This summer the Portuguese authorities from Servico de Estrangeiros e Fronteiras raided football clubs and streets in the country’s central region. They found 157 footballers from other countries illegal in the country, 105 of these “players” were African. The young footballers come to Portugal under the promise of playing professional football but end up abandoned by agents and even by the clubs themselves. Many of them end alone, with no money or way of returning home.
These stories from Portugal are every day business in football. Not just in Portugal. But in Spain, France, Belgium, Greece, Italy and so far away places as for example Laos and the Middle East. Or in other words: Human trafficking is a reality in football.
“They bring young people into a country and put them in clubs offering to act as rented wombs for these agents. If players are successful, profits are made from transfer. If they are not and are notified by “Immigration” to return home, they have to pay their own tickets and are abandoned,” Joaquim Evangelista, the president of the Portuguese football players’ union, says to FIFpro.
No Rambo for Portugal
One of the “players” in Portugal was Alexandre Rambo. The young Brazilian went to Portugal to fulfill his dream: To become a professional footballer.
“My agent, Silvio Donizete, reached an agreement with another agent called Eder Lucas Zem. This man told us he had contacts in FC Porto and it was agreed that I would sign to play for the juniors,” the young Brazilian tells FIFPro.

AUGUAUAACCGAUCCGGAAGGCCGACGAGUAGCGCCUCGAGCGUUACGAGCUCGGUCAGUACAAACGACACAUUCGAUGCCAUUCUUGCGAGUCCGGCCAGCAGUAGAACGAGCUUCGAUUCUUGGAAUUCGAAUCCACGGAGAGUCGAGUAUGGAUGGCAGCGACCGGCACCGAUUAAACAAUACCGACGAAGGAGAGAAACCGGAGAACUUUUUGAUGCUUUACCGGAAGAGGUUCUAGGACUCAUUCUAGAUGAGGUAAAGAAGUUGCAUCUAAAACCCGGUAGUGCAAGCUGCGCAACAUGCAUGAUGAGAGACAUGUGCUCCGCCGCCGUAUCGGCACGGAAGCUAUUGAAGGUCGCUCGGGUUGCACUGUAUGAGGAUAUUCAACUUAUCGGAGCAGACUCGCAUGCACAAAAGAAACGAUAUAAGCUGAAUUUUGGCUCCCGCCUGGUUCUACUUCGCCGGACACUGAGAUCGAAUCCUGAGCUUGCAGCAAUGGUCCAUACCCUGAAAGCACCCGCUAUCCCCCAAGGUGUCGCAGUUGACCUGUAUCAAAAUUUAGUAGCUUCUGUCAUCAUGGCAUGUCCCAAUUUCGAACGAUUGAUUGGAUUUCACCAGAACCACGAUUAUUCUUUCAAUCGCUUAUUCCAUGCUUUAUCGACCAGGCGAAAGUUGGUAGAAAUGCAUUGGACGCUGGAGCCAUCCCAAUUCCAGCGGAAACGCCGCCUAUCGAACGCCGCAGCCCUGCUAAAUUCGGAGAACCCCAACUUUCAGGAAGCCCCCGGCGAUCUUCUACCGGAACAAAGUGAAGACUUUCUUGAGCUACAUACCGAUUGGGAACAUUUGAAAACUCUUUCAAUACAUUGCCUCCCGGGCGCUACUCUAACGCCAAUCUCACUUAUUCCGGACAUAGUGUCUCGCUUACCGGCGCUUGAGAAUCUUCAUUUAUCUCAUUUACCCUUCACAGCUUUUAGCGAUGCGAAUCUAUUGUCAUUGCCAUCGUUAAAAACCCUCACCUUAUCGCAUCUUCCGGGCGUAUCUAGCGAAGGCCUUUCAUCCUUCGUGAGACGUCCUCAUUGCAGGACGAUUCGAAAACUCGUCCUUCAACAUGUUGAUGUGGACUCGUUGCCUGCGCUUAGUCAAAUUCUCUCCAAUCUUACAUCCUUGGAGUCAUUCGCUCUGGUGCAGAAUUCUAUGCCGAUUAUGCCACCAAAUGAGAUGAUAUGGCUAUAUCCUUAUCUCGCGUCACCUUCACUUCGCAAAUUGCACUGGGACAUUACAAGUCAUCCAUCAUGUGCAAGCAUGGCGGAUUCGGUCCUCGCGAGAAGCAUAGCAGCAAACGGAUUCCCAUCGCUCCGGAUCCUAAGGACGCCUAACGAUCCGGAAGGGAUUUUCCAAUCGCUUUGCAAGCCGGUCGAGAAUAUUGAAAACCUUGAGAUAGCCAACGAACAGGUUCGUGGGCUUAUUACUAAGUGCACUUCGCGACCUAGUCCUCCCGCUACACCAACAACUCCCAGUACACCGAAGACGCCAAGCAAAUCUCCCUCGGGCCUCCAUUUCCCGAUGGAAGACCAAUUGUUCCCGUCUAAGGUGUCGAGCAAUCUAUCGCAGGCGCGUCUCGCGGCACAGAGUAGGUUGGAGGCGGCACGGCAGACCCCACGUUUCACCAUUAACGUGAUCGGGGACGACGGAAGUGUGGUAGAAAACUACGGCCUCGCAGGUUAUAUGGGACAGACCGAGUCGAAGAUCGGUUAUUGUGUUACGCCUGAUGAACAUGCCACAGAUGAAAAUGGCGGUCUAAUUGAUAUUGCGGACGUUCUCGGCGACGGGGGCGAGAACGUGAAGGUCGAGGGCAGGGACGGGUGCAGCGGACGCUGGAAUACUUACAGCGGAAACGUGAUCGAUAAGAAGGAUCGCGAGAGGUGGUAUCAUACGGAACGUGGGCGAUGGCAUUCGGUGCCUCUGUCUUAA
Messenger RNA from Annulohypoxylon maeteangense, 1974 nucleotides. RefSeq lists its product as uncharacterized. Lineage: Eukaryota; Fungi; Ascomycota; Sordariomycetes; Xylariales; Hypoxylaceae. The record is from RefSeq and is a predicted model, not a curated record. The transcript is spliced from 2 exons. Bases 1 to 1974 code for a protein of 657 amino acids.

But Rambo never went to FC Porto. He never even spoke to those responsible for the club. He went to AC Alcanenense:
“They told me I would train there to keep me fit. A week later, one of Eder’s employees left me at a hotel in Lisbon.”
A few days later Eder calls Rambo and tells him, there is no deal with FC Porto and the player has to return home.
“He said he would pay the hotel bill and arrange the plane ticket.”
But nothing happens.
“He stopped answering my calls,” Alexandre Rambo explains.
Rambo was on his own. But he managed to get home with help from his agent in Brazil.
Alexandre Rambo’s story is typically. It happens every day somewhere in Europe, the Middle East and Asia. It is called trafficking in all other professions… In football…
Sport Executive have previously described trafficking in international football intensely. Take a glance on our magazines on the website: